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View Diary: Getting to Know Your Solar System (11): Mars (Vol. 1) (38 comments)

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  •  It makes me smile (6+ / 0-)

    to read your matter-of-fact commentary about liquid water sculpting the surface of Mars.

    Not until Mars Global Surveyor (1997-2006) did we get enough evidence for that to be uncontroversial, and enough regular passes of the same area to see changes before our eyes. Dust devils and even evidence of a water flow!

    This is among my favorites:
    http://www.msss.com/...

    A new gully appears on Mars.
    NASA/JPL/Malin Space Science Systems
    Pretty. Freaking. Awesome.

    Fry, don't be a hero! It's not covered by our health plan!

    by elfling on Sun Mar 18, 2012 at 10:23:42 PM PDT

    •  I find the implications far more staggering. (5+ / 0-)

      With all the evidence built up over the years - the Antarctica meteorite, the anomalous seasonal methane in the atmosphere, and now we know liquid water occasionally makes it to the surface - it seems pretty likely that life processes are occurring.  I just hope people aren't so shocked when it's confirmed that they overreact and try to cordon off Mars to human settlement.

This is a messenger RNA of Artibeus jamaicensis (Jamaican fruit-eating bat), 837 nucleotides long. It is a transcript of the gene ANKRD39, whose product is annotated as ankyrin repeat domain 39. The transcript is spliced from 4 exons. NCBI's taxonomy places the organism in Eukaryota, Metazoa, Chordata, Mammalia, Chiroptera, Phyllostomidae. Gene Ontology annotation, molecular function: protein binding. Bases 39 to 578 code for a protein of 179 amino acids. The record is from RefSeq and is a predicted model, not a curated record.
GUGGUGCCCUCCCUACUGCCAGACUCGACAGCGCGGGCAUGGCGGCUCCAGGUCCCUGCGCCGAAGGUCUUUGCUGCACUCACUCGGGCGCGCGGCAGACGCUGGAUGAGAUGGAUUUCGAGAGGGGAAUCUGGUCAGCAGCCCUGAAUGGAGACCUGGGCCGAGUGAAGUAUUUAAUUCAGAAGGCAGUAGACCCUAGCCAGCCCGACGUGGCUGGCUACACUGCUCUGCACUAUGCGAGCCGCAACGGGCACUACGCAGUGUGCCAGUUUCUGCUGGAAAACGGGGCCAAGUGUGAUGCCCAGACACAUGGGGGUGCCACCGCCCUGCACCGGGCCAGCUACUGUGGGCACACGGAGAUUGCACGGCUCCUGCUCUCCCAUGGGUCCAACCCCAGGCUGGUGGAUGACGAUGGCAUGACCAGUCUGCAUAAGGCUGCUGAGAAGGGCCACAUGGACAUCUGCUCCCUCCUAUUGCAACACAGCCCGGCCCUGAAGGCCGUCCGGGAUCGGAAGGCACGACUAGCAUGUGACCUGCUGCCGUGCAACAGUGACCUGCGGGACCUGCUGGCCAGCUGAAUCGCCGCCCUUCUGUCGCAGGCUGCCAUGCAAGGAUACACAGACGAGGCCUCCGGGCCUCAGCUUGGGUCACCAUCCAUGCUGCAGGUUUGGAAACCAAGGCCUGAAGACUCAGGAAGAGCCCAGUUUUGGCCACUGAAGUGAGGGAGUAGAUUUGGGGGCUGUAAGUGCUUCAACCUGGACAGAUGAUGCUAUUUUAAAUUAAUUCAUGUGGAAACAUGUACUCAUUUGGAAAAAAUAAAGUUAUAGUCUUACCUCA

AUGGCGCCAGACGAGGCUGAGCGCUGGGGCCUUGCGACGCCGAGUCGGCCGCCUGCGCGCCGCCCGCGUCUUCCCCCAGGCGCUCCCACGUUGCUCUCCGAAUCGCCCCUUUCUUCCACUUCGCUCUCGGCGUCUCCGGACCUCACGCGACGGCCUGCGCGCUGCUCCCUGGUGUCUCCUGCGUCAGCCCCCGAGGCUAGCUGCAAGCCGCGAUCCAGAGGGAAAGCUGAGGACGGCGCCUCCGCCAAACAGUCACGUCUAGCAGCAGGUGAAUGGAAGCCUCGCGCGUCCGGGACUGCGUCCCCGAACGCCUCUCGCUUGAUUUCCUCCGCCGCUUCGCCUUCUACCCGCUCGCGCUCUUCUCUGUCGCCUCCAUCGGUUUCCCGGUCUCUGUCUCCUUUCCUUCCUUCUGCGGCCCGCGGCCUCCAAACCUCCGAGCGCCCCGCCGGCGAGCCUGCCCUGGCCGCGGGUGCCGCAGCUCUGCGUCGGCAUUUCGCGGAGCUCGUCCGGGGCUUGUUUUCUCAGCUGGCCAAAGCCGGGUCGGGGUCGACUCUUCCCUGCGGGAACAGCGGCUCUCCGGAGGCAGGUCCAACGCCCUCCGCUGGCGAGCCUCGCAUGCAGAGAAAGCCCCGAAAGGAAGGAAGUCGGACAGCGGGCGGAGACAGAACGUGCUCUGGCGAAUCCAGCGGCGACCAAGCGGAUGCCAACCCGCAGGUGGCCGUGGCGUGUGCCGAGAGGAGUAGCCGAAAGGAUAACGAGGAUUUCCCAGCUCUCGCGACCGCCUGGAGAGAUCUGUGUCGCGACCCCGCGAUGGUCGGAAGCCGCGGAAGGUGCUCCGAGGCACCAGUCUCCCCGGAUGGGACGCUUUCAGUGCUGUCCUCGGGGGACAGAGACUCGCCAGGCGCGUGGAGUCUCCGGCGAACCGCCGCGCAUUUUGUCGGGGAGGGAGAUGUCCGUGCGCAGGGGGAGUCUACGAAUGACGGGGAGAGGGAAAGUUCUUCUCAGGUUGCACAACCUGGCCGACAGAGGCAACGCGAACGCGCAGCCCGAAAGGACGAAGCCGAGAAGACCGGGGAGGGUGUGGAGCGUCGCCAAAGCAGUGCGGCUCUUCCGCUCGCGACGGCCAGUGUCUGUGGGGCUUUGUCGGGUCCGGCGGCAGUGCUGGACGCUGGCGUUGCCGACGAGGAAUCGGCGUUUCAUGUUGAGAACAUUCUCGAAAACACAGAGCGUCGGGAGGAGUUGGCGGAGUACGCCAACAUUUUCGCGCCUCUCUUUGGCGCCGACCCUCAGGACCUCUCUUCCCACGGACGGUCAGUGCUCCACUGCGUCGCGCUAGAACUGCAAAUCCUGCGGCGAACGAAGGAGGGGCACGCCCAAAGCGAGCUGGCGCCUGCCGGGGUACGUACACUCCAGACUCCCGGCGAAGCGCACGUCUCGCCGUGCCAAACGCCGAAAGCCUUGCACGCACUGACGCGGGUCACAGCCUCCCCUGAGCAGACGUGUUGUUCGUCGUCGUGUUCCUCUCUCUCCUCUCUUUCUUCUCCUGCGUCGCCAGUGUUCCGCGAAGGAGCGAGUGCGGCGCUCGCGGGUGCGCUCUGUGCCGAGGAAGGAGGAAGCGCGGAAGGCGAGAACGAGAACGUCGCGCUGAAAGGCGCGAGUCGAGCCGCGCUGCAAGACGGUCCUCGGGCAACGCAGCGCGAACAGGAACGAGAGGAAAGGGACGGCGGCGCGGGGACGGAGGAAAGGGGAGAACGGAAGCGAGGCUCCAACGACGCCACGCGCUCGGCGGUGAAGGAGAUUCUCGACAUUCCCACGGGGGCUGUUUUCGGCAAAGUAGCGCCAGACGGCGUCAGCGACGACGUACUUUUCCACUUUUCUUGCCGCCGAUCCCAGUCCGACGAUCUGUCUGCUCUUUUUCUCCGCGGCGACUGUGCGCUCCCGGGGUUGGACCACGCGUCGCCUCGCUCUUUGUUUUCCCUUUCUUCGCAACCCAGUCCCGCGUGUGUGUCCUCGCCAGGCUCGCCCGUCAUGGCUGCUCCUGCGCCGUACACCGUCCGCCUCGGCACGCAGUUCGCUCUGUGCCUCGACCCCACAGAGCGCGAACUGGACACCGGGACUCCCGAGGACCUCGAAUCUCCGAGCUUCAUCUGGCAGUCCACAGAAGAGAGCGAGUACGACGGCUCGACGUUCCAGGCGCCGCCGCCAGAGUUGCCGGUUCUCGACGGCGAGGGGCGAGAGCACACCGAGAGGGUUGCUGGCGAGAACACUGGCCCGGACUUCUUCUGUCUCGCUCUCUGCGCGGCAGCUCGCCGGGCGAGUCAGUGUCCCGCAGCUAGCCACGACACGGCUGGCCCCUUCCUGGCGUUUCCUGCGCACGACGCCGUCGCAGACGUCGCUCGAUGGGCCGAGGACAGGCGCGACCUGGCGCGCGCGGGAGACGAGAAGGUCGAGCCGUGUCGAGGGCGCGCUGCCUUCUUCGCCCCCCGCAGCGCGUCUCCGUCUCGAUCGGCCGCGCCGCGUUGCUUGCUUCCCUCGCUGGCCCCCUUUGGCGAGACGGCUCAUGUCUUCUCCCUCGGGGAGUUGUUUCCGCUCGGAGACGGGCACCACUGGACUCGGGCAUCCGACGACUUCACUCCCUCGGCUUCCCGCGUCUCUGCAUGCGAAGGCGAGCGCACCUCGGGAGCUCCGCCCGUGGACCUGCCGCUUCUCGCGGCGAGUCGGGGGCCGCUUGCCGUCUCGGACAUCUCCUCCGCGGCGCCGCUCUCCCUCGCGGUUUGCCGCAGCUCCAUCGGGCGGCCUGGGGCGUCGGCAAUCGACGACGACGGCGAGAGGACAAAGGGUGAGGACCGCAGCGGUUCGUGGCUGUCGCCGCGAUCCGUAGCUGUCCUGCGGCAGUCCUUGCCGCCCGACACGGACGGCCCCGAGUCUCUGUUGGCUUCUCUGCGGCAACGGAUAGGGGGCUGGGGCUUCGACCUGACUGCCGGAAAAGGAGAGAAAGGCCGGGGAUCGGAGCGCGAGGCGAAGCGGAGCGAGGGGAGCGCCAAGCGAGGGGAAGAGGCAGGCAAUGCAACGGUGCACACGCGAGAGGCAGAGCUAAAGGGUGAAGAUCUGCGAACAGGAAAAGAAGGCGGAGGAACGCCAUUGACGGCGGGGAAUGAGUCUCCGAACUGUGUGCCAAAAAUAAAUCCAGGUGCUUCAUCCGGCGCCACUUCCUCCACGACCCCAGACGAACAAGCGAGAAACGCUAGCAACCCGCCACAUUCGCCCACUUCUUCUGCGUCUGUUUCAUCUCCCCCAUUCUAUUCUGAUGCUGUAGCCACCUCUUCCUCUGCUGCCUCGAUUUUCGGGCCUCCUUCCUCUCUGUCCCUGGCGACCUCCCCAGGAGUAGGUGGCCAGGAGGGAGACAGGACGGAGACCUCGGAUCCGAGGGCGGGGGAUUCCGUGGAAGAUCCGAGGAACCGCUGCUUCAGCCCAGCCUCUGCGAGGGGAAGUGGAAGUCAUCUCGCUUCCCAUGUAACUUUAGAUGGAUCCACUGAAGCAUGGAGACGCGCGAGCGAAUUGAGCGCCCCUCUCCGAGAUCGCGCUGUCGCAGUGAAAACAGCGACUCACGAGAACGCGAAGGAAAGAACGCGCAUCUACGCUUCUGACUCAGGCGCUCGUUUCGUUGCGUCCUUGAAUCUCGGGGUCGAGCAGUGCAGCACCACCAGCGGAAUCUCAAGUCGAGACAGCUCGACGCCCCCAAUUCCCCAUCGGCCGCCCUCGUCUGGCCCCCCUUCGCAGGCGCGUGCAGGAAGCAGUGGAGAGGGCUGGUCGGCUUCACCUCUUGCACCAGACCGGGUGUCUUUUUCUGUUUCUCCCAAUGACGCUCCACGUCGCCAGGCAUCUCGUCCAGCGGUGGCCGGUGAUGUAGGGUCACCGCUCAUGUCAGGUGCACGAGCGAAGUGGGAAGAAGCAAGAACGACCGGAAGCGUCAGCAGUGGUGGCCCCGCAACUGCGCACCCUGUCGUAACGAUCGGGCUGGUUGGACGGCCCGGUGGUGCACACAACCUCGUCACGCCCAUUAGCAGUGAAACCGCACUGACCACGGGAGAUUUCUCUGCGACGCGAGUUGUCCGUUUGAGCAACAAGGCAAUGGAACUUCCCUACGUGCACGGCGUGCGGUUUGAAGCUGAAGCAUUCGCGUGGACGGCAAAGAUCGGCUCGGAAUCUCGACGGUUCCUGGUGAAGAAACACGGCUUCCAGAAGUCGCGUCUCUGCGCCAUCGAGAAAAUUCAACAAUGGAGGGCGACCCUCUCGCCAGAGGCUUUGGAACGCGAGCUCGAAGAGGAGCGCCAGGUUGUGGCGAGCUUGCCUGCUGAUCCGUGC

Everything in moderation, including moderation.

      by Troubadour on Sun Mar 18, 2012 at 11:02:29 PM PDT

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      •  In the 80's, these theories were ridiculous (3+ / 0-)

        and for example Mars Observer (which became Mars Global Surveyor) wasn't even supposed to have a camera... because everyone knew you couldn't do science with one.

        Fortunately, there was a group who disagreed and proposed a camera anyway.

        Fry, don't be a hero! It's not covered by our health plan!

        by elfling on Mon Mar 19, 2012 at 08:11:47 AM PDT

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      •  Biosafety would be a prime concern (4+ / 0-)

        going in both directions.

             Martian organisms, if they exist, would probably differ from any terrestrial organism more than any two terrestrial organisms differ from each other. If they had some function that was harmful to terrestrial life, no terrestrial organism would be adapted to resist them.

             Probably an even greater concern would be damage to the fragile Martian environment from invasive terrestrial species. While as far as we know Mars is pretty hostile to most terrestrial life, our current knowledge of terrestrial microbiota does not allow us to conclude that no terrestrial organism could grow wild on Mars, especially if a favorable microclimate were present.

             But probably the biggest unknown is how humanity would react to clear evidence of extraterrestrial life. You're quite correct that it would almost certainly be a shocking revelation given our cultural attitudes towards aliens.

        Male, 21, -4.75/-6.92, born and raised TN-05, now WI-02, unapologetic supporter of Obama and Occupy. Tammy Baldwin for Senate and Recall Walker!

        by fearlessfred14 on Mon Mar 19, 2012 at 08:32:11 AM PDT

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